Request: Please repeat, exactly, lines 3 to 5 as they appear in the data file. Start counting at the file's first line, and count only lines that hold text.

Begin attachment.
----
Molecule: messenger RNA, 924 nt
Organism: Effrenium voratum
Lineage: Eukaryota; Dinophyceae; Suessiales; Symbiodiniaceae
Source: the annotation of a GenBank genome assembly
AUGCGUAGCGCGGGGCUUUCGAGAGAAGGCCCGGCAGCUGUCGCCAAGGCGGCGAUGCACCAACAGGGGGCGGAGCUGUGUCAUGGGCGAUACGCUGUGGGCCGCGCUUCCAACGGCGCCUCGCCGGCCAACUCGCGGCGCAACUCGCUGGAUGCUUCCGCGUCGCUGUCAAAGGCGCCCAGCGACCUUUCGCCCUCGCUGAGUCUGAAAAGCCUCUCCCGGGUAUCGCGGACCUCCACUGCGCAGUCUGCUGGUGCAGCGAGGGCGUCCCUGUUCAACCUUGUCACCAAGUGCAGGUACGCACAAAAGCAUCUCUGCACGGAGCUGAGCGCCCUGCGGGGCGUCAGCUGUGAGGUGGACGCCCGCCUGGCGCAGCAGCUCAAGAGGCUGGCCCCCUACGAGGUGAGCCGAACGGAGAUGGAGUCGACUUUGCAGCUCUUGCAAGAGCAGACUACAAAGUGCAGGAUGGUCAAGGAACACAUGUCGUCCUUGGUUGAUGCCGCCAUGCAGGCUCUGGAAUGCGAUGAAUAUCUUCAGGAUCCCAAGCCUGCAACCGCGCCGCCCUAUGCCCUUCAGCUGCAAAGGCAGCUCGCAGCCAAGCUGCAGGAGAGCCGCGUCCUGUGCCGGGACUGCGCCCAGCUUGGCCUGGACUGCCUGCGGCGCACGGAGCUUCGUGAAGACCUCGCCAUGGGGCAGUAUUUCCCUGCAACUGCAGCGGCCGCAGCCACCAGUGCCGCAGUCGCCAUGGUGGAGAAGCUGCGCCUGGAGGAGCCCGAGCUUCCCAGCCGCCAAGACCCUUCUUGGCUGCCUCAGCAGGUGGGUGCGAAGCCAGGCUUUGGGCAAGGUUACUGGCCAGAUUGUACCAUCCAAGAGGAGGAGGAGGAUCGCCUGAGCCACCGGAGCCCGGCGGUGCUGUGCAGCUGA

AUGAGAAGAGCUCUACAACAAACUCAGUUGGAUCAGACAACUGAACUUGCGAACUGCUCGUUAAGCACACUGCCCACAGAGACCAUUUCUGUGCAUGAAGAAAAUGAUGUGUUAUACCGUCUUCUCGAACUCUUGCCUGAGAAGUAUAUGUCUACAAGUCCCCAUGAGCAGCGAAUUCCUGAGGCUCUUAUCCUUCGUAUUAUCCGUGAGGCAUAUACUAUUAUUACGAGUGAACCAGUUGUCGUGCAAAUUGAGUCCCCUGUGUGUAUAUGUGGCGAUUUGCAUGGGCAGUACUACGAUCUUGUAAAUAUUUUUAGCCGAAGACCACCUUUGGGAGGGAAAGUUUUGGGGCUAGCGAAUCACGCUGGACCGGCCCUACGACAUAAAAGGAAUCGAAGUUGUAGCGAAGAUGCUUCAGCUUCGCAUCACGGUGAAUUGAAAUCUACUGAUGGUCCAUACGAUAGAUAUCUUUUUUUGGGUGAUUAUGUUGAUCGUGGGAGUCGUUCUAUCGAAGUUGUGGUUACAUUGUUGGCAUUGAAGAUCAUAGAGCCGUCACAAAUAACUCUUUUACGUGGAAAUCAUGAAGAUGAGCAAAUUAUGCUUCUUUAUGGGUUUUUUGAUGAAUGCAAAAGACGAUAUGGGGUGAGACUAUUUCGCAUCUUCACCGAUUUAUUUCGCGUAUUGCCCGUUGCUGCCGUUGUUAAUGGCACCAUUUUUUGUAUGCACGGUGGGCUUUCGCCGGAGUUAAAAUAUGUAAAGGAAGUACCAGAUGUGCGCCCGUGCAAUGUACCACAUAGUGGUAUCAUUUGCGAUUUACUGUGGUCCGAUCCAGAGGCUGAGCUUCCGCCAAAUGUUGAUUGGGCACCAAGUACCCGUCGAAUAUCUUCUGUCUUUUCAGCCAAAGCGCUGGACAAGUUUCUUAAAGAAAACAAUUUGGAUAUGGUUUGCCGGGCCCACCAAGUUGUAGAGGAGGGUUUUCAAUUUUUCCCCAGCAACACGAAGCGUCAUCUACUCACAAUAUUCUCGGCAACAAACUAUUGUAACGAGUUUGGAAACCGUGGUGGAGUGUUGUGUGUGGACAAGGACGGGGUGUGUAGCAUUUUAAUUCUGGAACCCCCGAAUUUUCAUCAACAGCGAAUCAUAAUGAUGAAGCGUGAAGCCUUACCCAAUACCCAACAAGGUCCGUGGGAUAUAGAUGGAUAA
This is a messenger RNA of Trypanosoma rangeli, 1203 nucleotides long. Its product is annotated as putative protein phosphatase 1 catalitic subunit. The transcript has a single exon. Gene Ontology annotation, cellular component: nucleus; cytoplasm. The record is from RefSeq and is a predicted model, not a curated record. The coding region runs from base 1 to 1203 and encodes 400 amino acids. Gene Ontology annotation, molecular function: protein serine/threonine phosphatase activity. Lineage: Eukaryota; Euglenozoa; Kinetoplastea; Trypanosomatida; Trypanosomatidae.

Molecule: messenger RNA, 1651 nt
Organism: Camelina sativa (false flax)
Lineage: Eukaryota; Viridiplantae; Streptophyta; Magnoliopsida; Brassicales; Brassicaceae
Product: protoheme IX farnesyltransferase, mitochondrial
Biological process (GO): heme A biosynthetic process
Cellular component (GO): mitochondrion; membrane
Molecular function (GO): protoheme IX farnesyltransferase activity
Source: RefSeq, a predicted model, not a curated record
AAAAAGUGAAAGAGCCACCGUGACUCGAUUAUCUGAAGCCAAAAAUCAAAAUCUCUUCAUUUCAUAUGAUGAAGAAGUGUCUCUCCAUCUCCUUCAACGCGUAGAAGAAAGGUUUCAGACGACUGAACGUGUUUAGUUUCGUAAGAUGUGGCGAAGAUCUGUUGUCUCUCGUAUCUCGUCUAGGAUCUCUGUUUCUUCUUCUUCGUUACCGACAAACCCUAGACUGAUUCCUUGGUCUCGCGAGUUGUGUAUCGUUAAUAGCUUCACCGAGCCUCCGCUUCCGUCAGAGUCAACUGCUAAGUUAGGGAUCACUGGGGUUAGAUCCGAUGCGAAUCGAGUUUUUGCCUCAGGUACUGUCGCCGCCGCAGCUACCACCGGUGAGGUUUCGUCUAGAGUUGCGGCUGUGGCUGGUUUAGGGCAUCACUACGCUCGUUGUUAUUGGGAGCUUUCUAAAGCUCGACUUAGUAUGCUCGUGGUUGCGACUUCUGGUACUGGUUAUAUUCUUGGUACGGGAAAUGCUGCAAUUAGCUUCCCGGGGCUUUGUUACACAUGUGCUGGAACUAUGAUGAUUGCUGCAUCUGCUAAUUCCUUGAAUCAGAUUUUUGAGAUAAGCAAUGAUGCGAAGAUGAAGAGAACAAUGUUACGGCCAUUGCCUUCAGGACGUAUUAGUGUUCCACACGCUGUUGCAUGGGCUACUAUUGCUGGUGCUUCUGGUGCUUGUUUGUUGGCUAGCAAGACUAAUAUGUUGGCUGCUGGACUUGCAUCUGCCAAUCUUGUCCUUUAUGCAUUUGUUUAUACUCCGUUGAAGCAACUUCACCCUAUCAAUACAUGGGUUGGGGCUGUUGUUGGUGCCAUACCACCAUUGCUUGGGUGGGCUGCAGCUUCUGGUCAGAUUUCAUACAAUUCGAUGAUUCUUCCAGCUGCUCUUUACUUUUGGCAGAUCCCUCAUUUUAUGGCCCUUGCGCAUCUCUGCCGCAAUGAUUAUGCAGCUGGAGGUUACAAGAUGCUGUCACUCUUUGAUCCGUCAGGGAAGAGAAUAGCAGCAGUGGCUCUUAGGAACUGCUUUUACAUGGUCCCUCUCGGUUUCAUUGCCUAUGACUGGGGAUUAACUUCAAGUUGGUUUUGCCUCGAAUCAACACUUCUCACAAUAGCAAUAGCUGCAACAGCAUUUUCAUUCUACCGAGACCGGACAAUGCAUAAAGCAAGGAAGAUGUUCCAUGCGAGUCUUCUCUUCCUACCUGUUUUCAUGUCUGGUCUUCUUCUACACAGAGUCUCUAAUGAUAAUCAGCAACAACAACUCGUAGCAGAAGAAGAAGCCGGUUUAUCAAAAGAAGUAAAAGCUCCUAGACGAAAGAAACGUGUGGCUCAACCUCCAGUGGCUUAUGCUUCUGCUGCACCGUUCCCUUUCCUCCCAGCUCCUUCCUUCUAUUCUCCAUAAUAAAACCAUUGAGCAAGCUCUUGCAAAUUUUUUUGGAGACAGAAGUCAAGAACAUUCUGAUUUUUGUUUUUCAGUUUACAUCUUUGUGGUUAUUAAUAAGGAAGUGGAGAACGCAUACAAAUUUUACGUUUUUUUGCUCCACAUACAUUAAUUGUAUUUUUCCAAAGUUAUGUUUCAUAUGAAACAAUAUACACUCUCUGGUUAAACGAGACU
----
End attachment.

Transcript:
Lineage: Eukaryota; Dinophyceae; Suessiales; Symbiodiniaceae
Source: the annotation of a GenBank genome assembly
AUGCGUAGCGCGGGGCUUUCGAGAGAAGGCCCGGCAGCUGUCGCCAAGGCGGCGAUGCACCAACAGGGGGCGGAGCUGUGUCAUGGGCGAUACGCUGUGGGCCGCGCUUCCAACGGCGCCUCGCCGGCCAACUCGCGGCGCAACUCGCUGGAUGCUUCCGCGUCGCUGUCAAAGGCGCCCAGCGACCUUUCGCCCUCGCUGAGUCUGAAAAGCCUCUCCCGGGUAUCGCGGACCUCCACUGCGCAGUCUGCUGGUGCAGCGAGGGCGUCCCUGUUCAACCUUGUCACCAAGUGCAGGUACGCACAAAAGCAUCUCUGCACGGAGCUGAGCGCCCUGCGGGGCGUCAGCUGUGAGGUGGACGCCCGCCUGGCGCAGCAGCUCAAGAGGCUGGCCCCCUACGAGGUGAGCCGAACGGAGAUGGAGUCGACUUUGCAGCUCUUGCAAGAGCAGACUACAAAGUGCAGGAUGGUCAAGGAACACAUGUCGUCCUUGGUUGAUGCCGCCAUGCAGGCUCUGGAAUGCGAUGAAUAUCUUCAGGAUCCCAAGCCUGCAACCGCGCCGCCCUAUGCCCUUCAGCUGCAAAGGCAGCUCGCAGCCAAGCUGCAGGAGAGCCGCGUCCUGUGCCGGGACUGCGCCCAGCUUGGCCUGGACUGCCUGCGGCGCACGGAGCUUCGUGAAGACCUCGCCAUGGGGCAGUAUUUCCCUGCAACUGCAGCGGCCGCAGCCACCAGUGCCGCAGUCGCCAUGGUGGAGAAGCUGCGCCUGGAGGAGCCCGAGCUUCCCAGCCGCCAAGACCCUUCUUGGCUGCCUCAGCAGGUGGGUGCGAAGCCAGGCUUUGGGCAAGGUUACUGGCCAGAUUGUACCAUCCAAGAGGAGGAGGAGGAUCGCCUGAGCCACCGGAGCCCGGCGGUGCUGUGCAGCUGA